Glenn Sugameli, an attorney and founder of “Judging the Environment” who has tracked judicial nominees since 2001, called it “the most absurd response by a judicial nominee ever.” 

“It is either absurd or dishonest or both,” Sugameli said, noting that appeals courts can reverse precedent when all of the court’s judges hear a case together. 

“A judge’s views on constitutional law do matter,” Sugameli said.

Bush wrote under a pseudonym from 2007 to 2016 on “Elephants of the Bluegrass,” a blog hosted by his wife, Bridget Bush, a lawyer and columnist. The Courier-Journal reported last month that in one of them he called Republican presidential candidate Ted Cruz a sore loser and Matt Bevin, now governor, “just ignorant.”

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Asked by several senators why he wrote the posts under an assumed name, Bush said it was to “draw a distinction between my political views and my law practice.” He also noted that other lawyers and judges have written under pen names, including the first chief justice, John Jay. 

Bush told the committee that he wished he had worded some of the posts differently, including one in which he referred to then-House Speaker Pelosi as “Mama Pelosi,” which he described as “a regrettable reference to her leadership position.”

In his written responses, Bush conceded that many of his posts “used flippant or intemperate language that does not accurately reflect my demeanor or legal abilities.”

Asked how he could assure Democrats, gay people and other litigants whom he derided in posts that he would be impartial as a judge, Bush recited the judicial oath — saying he would “administer justice without respect to persons” and “faithfully and impartially discharge and perform all the duties incumbent upon me under the Constitution and laws of the United States.”

Many of the questions focused on Bush’s 2008 post in which he wrote that the “two greatest tragedies in our country — slavery and abortion — relied on similar reasoning and activist justices at the U.S. Supreme Court,” first in the Dred Scott decision in 1857 that slaves could never be citizens and later in Roe v. Wade, in which the court in 1973 declared a constitutional right to abortion.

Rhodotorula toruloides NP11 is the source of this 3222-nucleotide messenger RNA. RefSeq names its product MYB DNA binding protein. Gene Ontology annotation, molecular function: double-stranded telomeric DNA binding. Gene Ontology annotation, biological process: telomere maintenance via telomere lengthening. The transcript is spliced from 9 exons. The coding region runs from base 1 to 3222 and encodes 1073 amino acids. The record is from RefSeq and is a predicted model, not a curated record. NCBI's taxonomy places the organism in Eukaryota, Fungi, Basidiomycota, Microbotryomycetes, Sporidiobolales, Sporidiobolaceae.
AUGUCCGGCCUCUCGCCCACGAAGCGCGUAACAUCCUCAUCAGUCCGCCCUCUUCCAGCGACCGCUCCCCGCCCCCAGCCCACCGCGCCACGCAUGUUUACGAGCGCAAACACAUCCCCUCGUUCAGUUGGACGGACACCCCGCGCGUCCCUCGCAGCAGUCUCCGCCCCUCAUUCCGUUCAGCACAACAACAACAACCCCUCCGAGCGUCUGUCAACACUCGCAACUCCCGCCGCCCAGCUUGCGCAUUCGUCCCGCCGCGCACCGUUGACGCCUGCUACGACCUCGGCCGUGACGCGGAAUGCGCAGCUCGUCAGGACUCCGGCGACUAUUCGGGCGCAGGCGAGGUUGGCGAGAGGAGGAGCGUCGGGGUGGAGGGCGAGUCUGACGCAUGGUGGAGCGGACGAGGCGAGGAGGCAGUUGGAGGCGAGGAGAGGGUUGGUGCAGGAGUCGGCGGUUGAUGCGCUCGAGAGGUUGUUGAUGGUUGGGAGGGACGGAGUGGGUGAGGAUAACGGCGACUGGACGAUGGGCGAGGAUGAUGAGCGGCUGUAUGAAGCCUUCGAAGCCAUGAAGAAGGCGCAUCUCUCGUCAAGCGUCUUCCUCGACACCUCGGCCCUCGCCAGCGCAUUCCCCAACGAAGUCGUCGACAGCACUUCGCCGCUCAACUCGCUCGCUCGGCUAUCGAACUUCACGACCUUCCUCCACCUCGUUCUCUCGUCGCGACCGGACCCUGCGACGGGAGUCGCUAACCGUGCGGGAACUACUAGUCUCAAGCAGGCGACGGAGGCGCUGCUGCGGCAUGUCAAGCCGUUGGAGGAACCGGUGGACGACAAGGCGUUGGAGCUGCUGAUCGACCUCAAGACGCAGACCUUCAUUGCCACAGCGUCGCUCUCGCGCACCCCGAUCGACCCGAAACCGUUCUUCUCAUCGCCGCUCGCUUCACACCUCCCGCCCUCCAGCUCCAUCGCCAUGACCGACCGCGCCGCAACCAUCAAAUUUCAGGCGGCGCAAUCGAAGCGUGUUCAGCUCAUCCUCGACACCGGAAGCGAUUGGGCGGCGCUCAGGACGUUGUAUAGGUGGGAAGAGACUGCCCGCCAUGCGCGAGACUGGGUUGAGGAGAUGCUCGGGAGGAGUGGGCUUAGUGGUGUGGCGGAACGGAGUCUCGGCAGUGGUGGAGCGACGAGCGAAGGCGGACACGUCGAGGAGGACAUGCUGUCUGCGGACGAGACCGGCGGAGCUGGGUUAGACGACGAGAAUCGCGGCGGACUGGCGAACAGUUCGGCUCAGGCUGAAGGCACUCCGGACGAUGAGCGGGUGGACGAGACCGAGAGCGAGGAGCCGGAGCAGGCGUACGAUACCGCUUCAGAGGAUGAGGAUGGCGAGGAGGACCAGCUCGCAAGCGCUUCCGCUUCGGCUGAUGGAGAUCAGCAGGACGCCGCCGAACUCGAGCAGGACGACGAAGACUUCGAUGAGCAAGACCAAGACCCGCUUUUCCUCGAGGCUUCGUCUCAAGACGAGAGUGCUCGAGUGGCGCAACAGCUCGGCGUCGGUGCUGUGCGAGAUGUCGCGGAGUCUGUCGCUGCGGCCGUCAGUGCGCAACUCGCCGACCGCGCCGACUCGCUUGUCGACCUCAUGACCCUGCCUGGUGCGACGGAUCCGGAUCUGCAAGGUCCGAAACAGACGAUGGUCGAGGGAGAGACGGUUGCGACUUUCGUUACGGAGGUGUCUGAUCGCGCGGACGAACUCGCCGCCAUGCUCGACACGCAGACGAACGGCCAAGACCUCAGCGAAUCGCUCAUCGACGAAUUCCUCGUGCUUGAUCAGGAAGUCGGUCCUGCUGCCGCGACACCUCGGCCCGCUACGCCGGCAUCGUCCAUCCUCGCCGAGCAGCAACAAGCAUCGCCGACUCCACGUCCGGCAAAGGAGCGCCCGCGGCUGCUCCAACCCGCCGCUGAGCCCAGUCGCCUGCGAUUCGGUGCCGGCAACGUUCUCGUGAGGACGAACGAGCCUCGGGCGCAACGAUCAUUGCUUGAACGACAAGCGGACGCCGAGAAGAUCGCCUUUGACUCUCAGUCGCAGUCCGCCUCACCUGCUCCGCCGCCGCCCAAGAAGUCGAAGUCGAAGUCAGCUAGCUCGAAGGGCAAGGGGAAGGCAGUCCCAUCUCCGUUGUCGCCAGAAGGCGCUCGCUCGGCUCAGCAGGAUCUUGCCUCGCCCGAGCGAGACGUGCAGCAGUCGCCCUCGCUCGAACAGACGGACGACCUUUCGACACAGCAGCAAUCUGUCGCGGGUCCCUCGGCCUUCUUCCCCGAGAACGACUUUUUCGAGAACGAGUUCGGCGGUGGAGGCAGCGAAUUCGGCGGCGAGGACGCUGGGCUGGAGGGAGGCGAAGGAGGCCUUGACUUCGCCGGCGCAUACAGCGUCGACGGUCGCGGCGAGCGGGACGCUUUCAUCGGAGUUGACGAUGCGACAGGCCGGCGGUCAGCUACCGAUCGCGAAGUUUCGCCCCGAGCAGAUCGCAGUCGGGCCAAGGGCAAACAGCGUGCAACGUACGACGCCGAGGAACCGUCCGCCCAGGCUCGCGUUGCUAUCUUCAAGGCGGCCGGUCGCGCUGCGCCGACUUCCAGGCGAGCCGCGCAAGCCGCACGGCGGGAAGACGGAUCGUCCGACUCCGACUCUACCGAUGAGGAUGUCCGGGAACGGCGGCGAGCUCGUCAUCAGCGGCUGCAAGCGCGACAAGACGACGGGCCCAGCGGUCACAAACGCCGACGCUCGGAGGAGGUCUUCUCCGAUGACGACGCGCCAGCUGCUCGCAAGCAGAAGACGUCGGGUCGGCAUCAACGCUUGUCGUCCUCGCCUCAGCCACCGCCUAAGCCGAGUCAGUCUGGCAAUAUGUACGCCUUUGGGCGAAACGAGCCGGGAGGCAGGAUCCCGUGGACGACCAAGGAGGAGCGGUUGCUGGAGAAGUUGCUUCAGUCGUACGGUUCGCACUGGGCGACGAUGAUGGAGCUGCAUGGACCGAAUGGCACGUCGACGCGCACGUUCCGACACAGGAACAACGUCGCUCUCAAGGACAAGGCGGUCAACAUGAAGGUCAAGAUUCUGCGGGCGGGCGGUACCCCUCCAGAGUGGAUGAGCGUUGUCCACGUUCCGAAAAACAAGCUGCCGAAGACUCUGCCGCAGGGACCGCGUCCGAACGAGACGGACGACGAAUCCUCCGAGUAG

Grilled at his hearing on why he regards Roe as a tragedy, Bush would only say “it divided our country.” 

“Do you believe that abortion is a ‘tragedy’ in any sense than what you described at your hearing?” asked Sen. Richard Blumenthal, D-Conn., in a follow-up question.

“My personal views about the correctness of or prudence of any particular Supreme Court decision are irrelevant,” Bush responded, though he said Dred Scott was wrongly decided.

“Do you believe it is a tragedy when women are unable to access safe, legal reproductive care?” Blumenthal pressed.

Bush directed him to his previous answer.

Sen. Dick Durbin asked Bush about an assertion on the Federalist Society’s website that law firms and the legal profession are “strongly dominated by a form of orthodox liberal ideology which advocates a centralized and uniform society.”

“Do you agree with this statement?” Durbin asked Bush, who co-founded the Louisville chapter of the group in 1997 and has attended multiple national annual meetings.

“I don’t know what the Federalist Society was referring to in that statement,” Bush said.

Aron, the Alliance for Justice leader, said she hopes some Republicans join with Democrats in blocking Bush’s nomination, but she was not optimistic.

“Given that he is McConnell’s guy,” Aron said, “I am sure McConnell will go to great lengths to see that Republicans close ranks around this nominee.”

Tillis and Kennedy already have come around and now say the will support Bush.

“His academic credentials are impressive, and after talking to people who know Mr. Bush better than I do, I believe he will be an impartial, just-call-the-balls-and-strikes judge,” Kennedy said in a statement issued by his office.

Reporter Andrew Wolfson can be reached at 502-582-7189 or awolfson@courier-journal.com.